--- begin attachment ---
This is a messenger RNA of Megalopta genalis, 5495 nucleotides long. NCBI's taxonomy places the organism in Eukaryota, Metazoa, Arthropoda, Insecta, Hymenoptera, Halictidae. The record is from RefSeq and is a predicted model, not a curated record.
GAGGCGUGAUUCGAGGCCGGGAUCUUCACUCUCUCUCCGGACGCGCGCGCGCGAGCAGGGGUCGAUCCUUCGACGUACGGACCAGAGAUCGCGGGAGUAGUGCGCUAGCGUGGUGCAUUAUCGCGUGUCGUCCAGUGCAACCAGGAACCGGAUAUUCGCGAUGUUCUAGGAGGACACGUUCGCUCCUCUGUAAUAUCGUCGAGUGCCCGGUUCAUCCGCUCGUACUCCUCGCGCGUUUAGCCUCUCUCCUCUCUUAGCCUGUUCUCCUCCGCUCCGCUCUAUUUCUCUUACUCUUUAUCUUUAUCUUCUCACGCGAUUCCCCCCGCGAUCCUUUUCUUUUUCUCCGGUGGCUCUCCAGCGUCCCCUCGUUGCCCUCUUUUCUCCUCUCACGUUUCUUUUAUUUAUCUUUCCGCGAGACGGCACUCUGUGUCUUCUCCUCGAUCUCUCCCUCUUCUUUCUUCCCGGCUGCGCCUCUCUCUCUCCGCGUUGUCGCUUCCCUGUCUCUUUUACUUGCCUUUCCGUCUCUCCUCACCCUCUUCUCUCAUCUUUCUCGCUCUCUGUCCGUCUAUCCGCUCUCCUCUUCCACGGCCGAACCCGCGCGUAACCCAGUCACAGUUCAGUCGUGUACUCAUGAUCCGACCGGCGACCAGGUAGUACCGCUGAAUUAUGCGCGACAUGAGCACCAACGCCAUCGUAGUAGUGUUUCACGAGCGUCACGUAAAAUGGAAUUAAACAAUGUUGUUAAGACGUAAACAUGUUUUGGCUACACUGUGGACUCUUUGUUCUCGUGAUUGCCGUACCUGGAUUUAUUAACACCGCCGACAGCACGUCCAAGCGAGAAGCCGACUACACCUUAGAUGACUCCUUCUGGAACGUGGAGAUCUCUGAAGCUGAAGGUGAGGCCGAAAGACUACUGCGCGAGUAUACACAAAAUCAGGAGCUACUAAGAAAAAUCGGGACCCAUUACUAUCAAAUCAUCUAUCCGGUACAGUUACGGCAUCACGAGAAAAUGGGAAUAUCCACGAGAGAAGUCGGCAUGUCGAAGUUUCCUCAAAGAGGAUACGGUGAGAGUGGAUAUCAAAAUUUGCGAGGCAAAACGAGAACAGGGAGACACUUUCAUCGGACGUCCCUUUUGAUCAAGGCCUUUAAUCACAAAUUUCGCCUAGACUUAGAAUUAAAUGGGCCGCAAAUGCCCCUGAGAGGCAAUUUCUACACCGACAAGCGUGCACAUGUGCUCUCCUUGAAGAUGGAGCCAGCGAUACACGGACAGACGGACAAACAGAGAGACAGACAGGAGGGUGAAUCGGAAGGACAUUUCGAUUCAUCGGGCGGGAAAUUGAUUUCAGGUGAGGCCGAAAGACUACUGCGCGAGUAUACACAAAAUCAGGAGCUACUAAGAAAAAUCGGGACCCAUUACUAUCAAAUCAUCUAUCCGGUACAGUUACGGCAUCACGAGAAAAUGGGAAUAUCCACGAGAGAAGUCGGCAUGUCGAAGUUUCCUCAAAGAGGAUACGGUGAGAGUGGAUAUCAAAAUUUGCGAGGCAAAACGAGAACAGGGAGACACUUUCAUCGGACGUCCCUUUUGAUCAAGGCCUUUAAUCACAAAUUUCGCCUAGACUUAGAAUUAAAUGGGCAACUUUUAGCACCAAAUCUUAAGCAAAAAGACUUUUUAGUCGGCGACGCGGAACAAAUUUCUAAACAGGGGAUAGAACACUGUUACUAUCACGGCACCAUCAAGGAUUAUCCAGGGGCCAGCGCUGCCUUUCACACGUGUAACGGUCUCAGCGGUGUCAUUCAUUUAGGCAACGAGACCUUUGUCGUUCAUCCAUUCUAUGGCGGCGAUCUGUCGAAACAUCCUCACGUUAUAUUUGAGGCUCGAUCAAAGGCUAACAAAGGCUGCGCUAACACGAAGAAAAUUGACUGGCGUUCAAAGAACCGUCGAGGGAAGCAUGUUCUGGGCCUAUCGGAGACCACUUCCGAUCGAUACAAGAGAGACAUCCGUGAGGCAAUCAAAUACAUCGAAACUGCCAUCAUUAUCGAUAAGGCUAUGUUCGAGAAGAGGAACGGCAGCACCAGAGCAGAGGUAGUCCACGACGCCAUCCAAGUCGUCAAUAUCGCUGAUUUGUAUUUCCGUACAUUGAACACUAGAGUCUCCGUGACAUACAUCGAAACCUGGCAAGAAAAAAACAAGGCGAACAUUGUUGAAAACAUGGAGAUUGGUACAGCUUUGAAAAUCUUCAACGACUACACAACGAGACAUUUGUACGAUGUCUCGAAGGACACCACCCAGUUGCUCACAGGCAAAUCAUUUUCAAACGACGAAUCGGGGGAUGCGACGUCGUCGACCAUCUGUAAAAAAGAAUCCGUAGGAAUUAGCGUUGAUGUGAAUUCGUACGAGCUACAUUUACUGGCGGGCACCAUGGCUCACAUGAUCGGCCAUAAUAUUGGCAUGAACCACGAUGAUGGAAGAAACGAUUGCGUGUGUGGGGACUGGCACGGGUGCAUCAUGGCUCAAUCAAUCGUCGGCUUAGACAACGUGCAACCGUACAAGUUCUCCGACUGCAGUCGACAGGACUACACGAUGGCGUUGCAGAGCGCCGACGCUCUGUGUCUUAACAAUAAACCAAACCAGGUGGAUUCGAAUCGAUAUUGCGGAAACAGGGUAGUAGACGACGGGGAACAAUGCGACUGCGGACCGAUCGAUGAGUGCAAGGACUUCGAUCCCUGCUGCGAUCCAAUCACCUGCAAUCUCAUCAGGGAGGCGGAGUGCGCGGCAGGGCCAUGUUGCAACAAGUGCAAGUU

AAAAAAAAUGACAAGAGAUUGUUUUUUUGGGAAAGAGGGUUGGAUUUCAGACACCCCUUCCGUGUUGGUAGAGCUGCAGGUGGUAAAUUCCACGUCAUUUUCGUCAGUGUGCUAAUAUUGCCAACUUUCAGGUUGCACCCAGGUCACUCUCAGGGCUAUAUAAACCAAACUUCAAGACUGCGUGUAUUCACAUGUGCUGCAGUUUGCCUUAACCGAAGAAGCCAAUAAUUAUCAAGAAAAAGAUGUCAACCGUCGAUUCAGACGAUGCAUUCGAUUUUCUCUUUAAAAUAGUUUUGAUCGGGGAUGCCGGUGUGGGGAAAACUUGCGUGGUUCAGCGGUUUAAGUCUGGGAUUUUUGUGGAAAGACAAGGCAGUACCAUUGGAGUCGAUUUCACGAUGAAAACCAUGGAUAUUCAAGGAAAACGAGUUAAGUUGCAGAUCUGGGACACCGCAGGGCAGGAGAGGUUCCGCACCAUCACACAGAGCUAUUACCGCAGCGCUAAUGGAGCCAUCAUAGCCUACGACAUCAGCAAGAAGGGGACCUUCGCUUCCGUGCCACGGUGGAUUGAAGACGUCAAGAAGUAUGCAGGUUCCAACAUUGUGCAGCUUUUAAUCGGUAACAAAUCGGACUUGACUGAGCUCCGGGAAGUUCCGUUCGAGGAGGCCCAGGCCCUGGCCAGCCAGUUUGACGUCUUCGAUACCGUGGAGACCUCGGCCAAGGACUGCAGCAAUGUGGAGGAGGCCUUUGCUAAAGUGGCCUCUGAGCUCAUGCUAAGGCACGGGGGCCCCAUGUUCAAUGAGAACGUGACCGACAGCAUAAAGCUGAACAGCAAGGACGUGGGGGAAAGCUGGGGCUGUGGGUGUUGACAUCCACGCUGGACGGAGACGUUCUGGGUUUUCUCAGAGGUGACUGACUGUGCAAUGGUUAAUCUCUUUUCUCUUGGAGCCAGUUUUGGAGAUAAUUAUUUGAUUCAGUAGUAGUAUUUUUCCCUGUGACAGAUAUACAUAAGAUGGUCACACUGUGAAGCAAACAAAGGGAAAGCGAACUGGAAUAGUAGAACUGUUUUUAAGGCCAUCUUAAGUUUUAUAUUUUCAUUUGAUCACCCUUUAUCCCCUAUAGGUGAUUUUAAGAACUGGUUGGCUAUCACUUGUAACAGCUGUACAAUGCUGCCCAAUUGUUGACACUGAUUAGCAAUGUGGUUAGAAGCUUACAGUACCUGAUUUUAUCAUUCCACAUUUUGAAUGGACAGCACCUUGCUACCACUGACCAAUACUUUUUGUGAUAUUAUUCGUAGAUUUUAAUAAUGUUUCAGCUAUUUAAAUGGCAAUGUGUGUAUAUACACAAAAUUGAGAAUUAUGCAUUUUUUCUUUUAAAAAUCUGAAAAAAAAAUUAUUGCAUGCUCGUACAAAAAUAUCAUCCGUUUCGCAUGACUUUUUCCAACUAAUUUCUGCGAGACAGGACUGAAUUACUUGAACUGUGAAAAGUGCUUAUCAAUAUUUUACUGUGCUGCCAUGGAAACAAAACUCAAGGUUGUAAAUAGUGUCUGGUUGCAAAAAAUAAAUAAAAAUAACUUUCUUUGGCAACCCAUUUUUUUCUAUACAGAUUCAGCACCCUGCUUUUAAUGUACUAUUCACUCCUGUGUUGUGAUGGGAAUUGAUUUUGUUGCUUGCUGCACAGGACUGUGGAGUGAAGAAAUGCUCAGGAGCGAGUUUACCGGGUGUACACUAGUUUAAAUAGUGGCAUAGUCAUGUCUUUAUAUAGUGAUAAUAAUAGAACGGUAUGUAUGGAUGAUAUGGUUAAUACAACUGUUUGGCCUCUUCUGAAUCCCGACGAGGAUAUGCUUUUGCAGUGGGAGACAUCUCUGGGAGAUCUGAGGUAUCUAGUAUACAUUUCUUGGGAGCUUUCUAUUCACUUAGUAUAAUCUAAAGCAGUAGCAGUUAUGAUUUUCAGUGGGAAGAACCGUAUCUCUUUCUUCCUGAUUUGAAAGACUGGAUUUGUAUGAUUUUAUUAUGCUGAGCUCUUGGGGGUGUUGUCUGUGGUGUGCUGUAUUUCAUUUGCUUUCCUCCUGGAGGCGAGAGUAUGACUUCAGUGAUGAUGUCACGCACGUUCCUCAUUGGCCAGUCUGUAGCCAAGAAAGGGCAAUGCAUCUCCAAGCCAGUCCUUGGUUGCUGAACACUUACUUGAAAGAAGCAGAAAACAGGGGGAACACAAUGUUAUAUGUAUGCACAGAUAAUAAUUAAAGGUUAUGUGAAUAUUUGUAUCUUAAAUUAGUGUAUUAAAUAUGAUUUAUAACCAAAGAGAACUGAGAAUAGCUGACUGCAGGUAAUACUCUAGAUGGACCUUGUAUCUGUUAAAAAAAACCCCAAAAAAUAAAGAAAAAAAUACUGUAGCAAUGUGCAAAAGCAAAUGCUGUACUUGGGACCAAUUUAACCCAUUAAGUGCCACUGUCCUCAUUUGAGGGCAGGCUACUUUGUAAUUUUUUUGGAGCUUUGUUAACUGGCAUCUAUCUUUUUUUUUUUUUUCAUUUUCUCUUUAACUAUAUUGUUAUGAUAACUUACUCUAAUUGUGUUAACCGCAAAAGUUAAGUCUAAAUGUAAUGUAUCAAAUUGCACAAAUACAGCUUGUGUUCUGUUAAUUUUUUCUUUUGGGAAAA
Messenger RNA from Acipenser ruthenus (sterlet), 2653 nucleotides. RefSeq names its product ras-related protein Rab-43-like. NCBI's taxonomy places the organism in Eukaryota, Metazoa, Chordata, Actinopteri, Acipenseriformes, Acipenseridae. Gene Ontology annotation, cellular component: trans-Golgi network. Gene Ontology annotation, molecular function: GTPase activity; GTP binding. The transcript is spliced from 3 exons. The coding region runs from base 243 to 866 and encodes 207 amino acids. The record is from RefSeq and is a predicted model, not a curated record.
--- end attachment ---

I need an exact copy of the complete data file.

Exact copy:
This is a messenger RNA of Megalopta genalis, 5495 nucleotides long. NCBI's taxonomy places the organism in Eukaryota, Metazoa, Arthropoda, Insecta, Hymenoptera, Halictidae. The record is from RefSeq and is a predicted model, not a curated record.
GAGGCGUGAUUCGAGGCCGGGAUCUUCACUCUCUCUCCGGACGCGCGCGCGCGAGCAGGGGUCGAUCCUUCGACGUACGGACCAGAGAUCGCGGGAGUAGUGCGCUAGCGUGGUGCAUUAUCGCGUGUCGUCCAGUGCAACCAGGAACCGGAUAUUCGCGAUGUUCUAGGAGGACACGUUCGCUCCUCUGUAAUAUCGUCGAGUGCCCGGUUCAUCCGCUCGUACUCCUCGCGCGUUUAGCCUCUCUCCUCUCUUAGCCUGUUCUCCUCCGCUCCGCUCUAUUUCUCUUACUCUUUAUCUUUAUCUUCUCACGCGAUUCCCCCCGCGAUCCUUUUCUUUUUCUCCGGUGGCUCUCCAGCGUCCCCUCGUUGCCCUCUUUUCUCCUCUCACGUUUCUUUUAUUUAUCUUUCCGCGAGACGGCACUCUGUGUCUUCUCCUCGAUCUCUCCCUCUUCUUUCUUCCCGGCUGCGCCUCUCUCUCUCCGCGUUGUCGCUUCCCUGUCUCUUUUACUUGCCUUUCCGUCUCUCCUCACCCUCUUCUCUCAUCUUUCUCGCUCUCUGUCCGUCUAUCCGCUCUCCUCUUCCACGGCCGAACCCGCGCGUAACCCAGUCACAGUUCAGUCGUGUACUCAUGAUCCGACCGGCGACCAGGUAGUACCGCUGAAUUAUGCGCGACAUGAGCACCAACGCCAUCGUAGUAGUGUUUCACGAGCGUCACGUAAAAUGGAAUUAAACAAUGUUGUUAAGACGUAAACAUGUUUUGGCUACACUGUGGACUCUUUGUUCUCGUGAUUGCCGUACCUGGAUUUAUUAACACCGCCGACAGCACGUCCAAGCGAGAAGCCGACUACACCUUAGAUGACUCCUUCUGGAACGUGGAGAUCUCUGAAGCUGAAGGUGAGGCCGAAAGACUACUGCGCGAGUAUACACAAAAUCAGGAGCUACUAAGAAAAAUCGGGACCCAUUACUAUCAAAUCAUCUAUCCGGUACAGUUACGGCAUCACGAGAAAAUGGGAAUAUCCACGAGAGAAGUCGGCAUGUCGAAGUUUCCUCAAAGAGGAUACGGUGAGAGUGGAUAUCAAAAUUUGCGAGGCAAAACGAGAACAGGGAGACACUUUCAUCGGACGUCCCUUUUGAUCAAGGCCUUUAAUCACAAAUUUCGCCUAGACUUAGAAUUAAAUGGGCCGCAAAUGCCCCUGAGAGGCAAUUUCUACACCGACAAGCGUGCACAUGUGCUCUCCUUGAAGAUGGAGCCAGCGAUACACGGACAGACGGACAAACAGAGAGACAGACAGGAGGGUGAAUCGGAAGGACAUUUCGAUUCAUCGGGCGGGAAAUUGAUUUCAGGUGAGGCCGAAAGACUACUGCGCGAGUAUACACAAAAUCAGGAGCUACUAAGAAAAAUCGGGACCCAUUACUAUCAAAUCAUCUAUCCGGUACAGUUACGGCAUCACGAGAAAAUGGGAAUAUCCACGAGAGAAGUCGGCAUGUCGAAGUUUCCUCAAAGAGGAUACGGUGAGAGUGGAUAUCAAAAUUUGCGAGGCAAAACGAGAACAGGGAGACACUUUCAUCGGACGUCCCUUUUGAUCAAGGCCUUUAAUCACAAAUUUCGCCUAGACUUAGAAUUAAAUGGGCAACUUUUAGCACCAAAUCUUAAGCAAAAAGACUUUUUAGUCGGCGACGCGGAACAAAUUUCUAAACAGGGGAUAGAACACUGUUACUAUCACGGCACCAUCAAGGAUUAUCCAGGGGCCAGCGCUGCCUUUCACACGUGUAACGGUCUCAGCGGUGUCAUUCAUUUAGGCAACGAGACCUUUGUCGUUCAUCCAUUCUAUGGCGGCGAUCUGUCGAAACAUCCUCACGUUAUAUUUGAGGCUCGAUCAAAGGCUAACAAAGGCUGCGCUAACACGAAGAAAAUUGACUGGCGUUCAAAGAACCGUCGAGGGAAGCAUGUUCUGGGCCUAUCGGAGACCACUUCCGAUCGAUACAAGAGAGACAUCCGUGAGGCAAUCAAAUACAUCGAAACUGCCAUCAUUAUCGAUAAGGCUAUGUUCGAGAAGAGGAACGGCAGCACCAGAGCAGAGGUAGUCCACGACGCCAUCCAAGUCGUCAAUAUCGCUGAUUUGUAUUUCCGUACAUUGAACACUAGAGUCUCCGUGACAUACAUCGAAACCUGGCAAGAAAAAAACAAGGCGAACAUUGUUGAAAACAUGGAGAUUGGUACAGCUUUGAAAAUCUUCAACGACUACACAACGAGACAUUUGUACGAUGUCUCGAAGGACACCACCCAGUUGCUCACAGGCAAAUCAUUUUCAAACGACGAAUCGGGGGAUGCGACGUCGUCGACCAUCUGUAAAAAAGAAUCCGUAGGAAUUAGCGUUGAUGUGAAUUCGUACGAGCUACAUUUACUGGCGGGCACCAUGGCUCACAUGAUCGGCCAUAAUAUUGGCAUGAACCACGAUGAUGGAAGAAACGAUUGCGUGUGUGGGGACUGGCACGGGUGCAUCAUGGCUCAAUCAAUCGUCGGCUUAGACAACGUGCAACCGUACAAGUUCUCCGACUGCAGUCGACAGGACUACACGAUGGCGUUGCAGAGCGCCGACGCUCUGUGUCUUAACAAUAAACCAAACCAGGUGGAUUCGAAUCGAUAUUGCGGAAACAGGGUAGUAGACGACGGGGAACAAUGCGACUGCGGACCGAUCGAUGAGUGCAAGGACUUCGAUCCCUGCUGCGAUCCAAUCACCUGCAAUCUCAUCAGGGAGGCGGAGUGCGCGGCAGGGCCAUGUUGCAACAAGUGCAAGUU

AAAAAAAAUGACAAGAGAUUGUUUUUUUGGGAAAGAGGGUUGGAUUUCAGACACCCCUUCCGUGUUGGUAGAGCUGCAGGUGGUAAAUUCCACGUCAUUUUCGUCAGUGUGCUAAUAUUGCCAACUUUCAGGUUGCACCCAGGUCACUCUCAGGGCUAUAUAAACCAAACUUCAAGACUGCGUGUAUUCACAUGUGCUGCAGUUUGCCUUAACCGAAGAAGCCAAUAAUUAUCAAGAAAAAGAUGUCAACCGUCGAUUCAGACGAUGCAUUCGAUUUUCUCUUUAAAAUAGUUUUGAUCGGGGAUGCCGGUGUGGGGAAAACUUGCGUGGUUCAGCGGUUUAAGUCUGGGAUUUUUGUGGAAAGACAAGGCAGUACCAUUGGAGUCGAUUUCACGAUGAAAACCAUGGAUAUUCAAGGAAAACGAGUUAAGUUGCAGAUCUGGGACACCGCAGGGCAGGAGAGGUUCCGCACCAUCACACAGAGCUAUUACCGCAGCGCUAAUGGAGCCAUCAUAGCCUACGACAUCAGCAAGAAGGGGACCUUCGCUUCCGUGCCACGGUGGAUUGAAGACGUCAAGAAGUAUGCAGGUUCCAACAUUGUGCAGCUUUUAAUCGGUAACAAAUCGGACUUGACUGAGCUCCGGGAAGUUCCGUUCGAGGAGGCCCAGGCCCUGGCCAGCCAGUUUGACGUCUUCGAUACCGUGGAGACCUCGGCCAAGGACUGCAGCAAUGUGGAGGAGGCCUUUGCUAAAGUGGCCUCUGAGCUCAUGCUAAGGCACGGGGGCCCCAUGUUCAAUGAGAACGUGACCGACAGCAUAAAGCUGAACAGCAAGGACGUGGGGGAAAGCUGGGGCUGUGGGUGUUGACAUCCACGCUGGACGGAGACGUUCUGGGUUUUCUCAGAGGUGACUGACUGUGCAAUGGUUAAUCUCUUUUCUCUUGGAGCCAGUUUUGGAGAUAAUUAUUUGAUUCAGUAGUAGUAUUUUUCCCUGUGACAGAUAUACAUAAGAUGGUCACACUGUGAAGCAAACAAAGGGAAAGCGAACUGGAAUAGUAGAACUGUUUUUAAGGCCAUCUUAAGUUUUAUAUUUUCAUUUGAUCACCCUUUAUCCCCUAUAGGUGAUUUUAAGAACUGGUUGGCUAUCACUUGUAACAGCUGUACAAUGCUGCCCAAUUGUUGACACUGAUUAGCAAUGUGGUUAGAAGCUUACAGUACCUGAUUUUAUCAUUCCACAUUUUGAAUGGACAGCACCUUGCUACCACUGACCAAUACUUUUUGUGAUAUUAUUCGUAGAUUUUAAUAAUGUUUCAGCUAUUUAAAUGGCAAUGUGUGUAUAUACACAAAAUUGAGAAUUAUGCAUUUUUUCUUUUAAAAAUCUGAAAAAAAAAUUAUUGCAUGCUCGUACAAAAAUAUCAUCCGUUUCGCAUGACUUUUUCCAACUAAUUUCUGCGAGACAGGACUGAAUUACUUGAACUGUGAAAAGUGCUUAUCAAUAUUUUACUGUGCUGCCAUGGAAACAAAACUCAAGGUUGUAAAUAGUGUCUGGUUGCAAAAAAUAAAUAAAAAUAACUUUCUUUGGCAACCCAUUUUUUUCUAUACAGAUUCAGCACCCUGCUUUUAAUGUACUAUUCACUCCUGUGUUGUGAUGGGAAUUGAUUUUGUUGCUUGCUGCACAGGACUGUGGAGUGAAGAAAUGCUCAGGAGCGAGUUUACCGGGUGUACACUAGUUUAAAUAGUGGCAUAGUCAUGUCUUUAUAUAGUGAUAAUAAUAGAACGGUAUGUAUGGAUGAUAUGGUUAAUACAACUGUUUGGCCUCUUCUGAAUCCCGACGAGGAUAUGCUUUUGCAGUGGGAGACAUCUCUGGGAGAUCUGAGGUAUCUAGUAUACAUUUCUUGGGAGCUUUCUAUUCACUUAGUAUAAUCUAAAGCAGUAGCAGUUAUGAUUUUCAGUGGGAAGAACCGUAUCUCUUUCUUCCUGAUUUGAAAGACUGGAUUUGUAUGAUUUUAUUAUGCUGAGCUCUUGGGGGUGUUGUCUGUGGUGUGCUGUAUUUCAUUUGCUUUCCUCCUGGAGGCGAGAGUAUGACUUCAGUGAUGAUGUCACGCACGUUCCUCAUUGGCCAGUCUGUAGCCAAGAAAGGGCAAUGCAUCUCCAAGCCAGUCCUUGGUUGCUGAACACUUACUUGAAAGAAGCAGAAAACAGGGGGAACACAAUGUUAUAUGUAUGCACAGAUAAUAAUUAAAGGUUAUGUGAAUAUUUGUAUCUUAAAUUAGUGUAUUAAAUAUGAUUUAUAACCAAAGAGAACUGAGAAUAGCUGACUGCAGGUAAUACUCUAGAUGGACCUUGUAUCUGUUAAAAAAAACCCCAAAAAAUAAAGAAAAAAAUACUGUAGCAAUGUGCAAAAGCAAAUGCUGUACUUGGGACCAAUUUAACCCAUUAAGUGCCACUGUCCUCAUUUGAGGGCAGGCUACUUUGUAAUUUUUUUGGAGCUUUGUUAACUGGCAUCUAUCUUUUUUUUUUUUUUCAUUUUCUCUUUAACUAUAUUGUUAUGAUAACUUACUCUAAUUGUGUUAACCGCAAAAGUUAAGUCUAAAUGUAAUGUAUCAAAUUGCACAAAUACAGCUUGUGUUCUGUUAAUUUUUUCUUUUGGGAAAA
Messenger RNA from Acipenser ruthenus (sterlet), 2653 nucleotides. RefSeq names its product ras-related protein Rab-43-like. NCBI's taxonomy places the organism in Eukaryota, Metazoa, Chordata, Actinopteri, Acipenseriformes, Acipenseridae. Gene Ontology annotation, cellular component: trans-Golgi network. Gene Ontology annotation, molecular function: GTPase activity; GTP binding. The transcript is spliced from 3 exons. The coding region runs from base 243 to 866 and encodes 207 amino acids. The record is from RefSeq and is a predicted model, not a curated record.